Finding great art…in a box
Let’s find some “real” art. Where’s the best place to look? No, not in museums or galleries, but on reality T.V., of course — in that glowing box that produces those low beta waves that promise to lull one into complacency.
But the powers that be decided that there’s been a giant hole in all of this where the visual arts should be, and they know that people have felt the emptiness. Well, not to worry. June 2010 has brought us Work of Art: The Next Great Artist.
After months of my commiserating with others in the arts whose creative areas have been assaulted thanks to the belief that surely individuals’ fascination with ogling accidents, both physical and personal, extends into the arts, it’s now my turn to experience the feeling of the, might I say, desecration of the visual arts.
To date, my colleagues’ responses have ranged from screaming at the television in the style of the best of sports fanatics, to opting for the head-in-the-sand posture, hoping against hope that when the grit falls from the eyelids, that it was just a bad dream. Needless to say, neither of these choices has successfully thwarted the shows. The power may rest with the corporations who, determined to dumb down society, are willing to spend the money required to force viewership via the “there’s nothing on so I’ll watch this” syndrome.
Or the sad truth may be that this is truly what the majority of viewers actually want.
So Work of Art rears its ominous head, following in the footsteps of the best of the best (worst) of this genre of mind-numbing activities. It’s difficult to imagine that the goal of this show would be for the essence of the artistic process to be revealed, or for the viewers to be inspired to research other artists or experience a significant conversation about what art is, much less what “great” art might be.
With great trepidation, I turned on Bravo. I would have liked to have been able to prime myself for the presentation of the wonders of the creative processes of these 14 up-and-coming artists, chosen from thousands, who would present their work in exchange for profound discourse by erudite jurors. Yet hoping for the best already seemed futile, and I hadn’t even seen the first episode (the advertisements actually were enough).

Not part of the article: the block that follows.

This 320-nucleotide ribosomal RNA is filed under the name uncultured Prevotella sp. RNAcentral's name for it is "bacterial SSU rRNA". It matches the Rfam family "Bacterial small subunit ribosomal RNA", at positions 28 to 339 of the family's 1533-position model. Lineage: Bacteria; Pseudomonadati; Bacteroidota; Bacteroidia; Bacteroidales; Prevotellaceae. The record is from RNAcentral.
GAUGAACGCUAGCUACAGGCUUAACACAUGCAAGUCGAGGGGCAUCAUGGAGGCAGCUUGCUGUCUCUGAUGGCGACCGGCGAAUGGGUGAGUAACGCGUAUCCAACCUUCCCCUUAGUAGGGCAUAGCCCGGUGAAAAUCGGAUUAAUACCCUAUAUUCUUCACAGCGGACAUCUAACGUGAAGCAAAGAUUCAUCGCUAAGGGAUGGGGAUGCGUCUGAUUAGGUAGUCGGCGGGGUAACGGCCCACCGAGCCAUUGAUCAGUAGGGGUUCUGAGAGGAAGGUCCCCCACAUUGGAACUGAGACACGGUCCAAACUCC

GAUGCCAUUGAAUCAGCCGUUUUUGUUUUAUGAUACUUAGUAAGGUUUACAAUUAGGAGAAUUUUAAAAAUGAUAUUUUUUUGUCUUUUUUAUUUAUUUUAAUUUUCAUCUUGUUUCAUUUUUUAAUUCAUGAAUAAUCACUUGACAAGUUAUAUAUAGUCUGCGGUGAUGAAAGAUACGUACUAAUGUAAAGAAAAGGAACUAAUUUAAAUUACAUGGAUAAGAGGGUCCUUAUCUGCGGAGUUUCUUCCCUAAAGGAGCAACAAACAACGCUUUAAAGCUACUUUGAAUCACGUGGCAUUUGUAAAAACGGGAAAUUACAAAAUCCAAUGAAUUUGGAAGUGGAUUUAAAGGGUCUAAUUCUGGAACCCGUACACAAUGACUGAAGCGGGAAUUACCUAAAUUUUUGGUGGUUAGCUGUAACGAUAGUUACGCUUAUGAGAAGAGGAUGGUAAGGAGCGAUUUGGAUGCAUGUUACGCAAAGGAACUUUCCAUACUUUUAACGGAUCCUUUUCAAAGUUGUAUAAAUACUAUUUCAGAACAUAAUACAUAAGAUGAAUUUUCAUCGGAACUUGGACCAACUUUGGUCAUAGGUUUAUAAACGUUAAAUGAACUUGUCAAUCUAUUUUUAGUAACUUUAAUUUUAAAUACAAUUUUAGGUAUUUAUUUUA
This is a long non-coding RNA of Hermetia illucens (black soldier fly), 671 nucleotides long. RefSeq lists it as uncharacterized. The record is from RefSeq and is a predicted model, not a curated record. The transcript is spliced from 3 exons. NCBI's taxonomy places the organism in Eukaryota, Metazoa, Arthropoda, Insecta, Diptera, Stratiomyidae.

So I made sure I wouldn’t be alone and contacted a number of artists to cajole them into watching what most admitted they truly wanted to avoid. I must say that this made me somehow feel better.
In the end, while the viewing the interactions of a new cacophony of stereotypes, accompanied by surface conversations and mere sight bites of art, I likened my situation to one involved in a grotesque psychology experiment, complete with toothpicks prying my eyes open with my head locked in place by an unforgiving metal structure. There was no getting away from it.
But I survived, and the results are in. Aided by the comments of those who joined me in this venture, I think perhaps one of the juror’s statements sums up the reaction to this show’s direction with his in-depth, articulate analysis of the result of an artist’s engagement in the creative process: “it’s bad art.”
Valerie J. Christell is an artist and curator who teaches art history and studio art at Alverno College and is Founder/Gallery Director of Merge Gallery. She exhibits nationally and internationally through juried, invitational and group exhibitions, creates activist art installations and supports area arts organizations in an advisory capacity.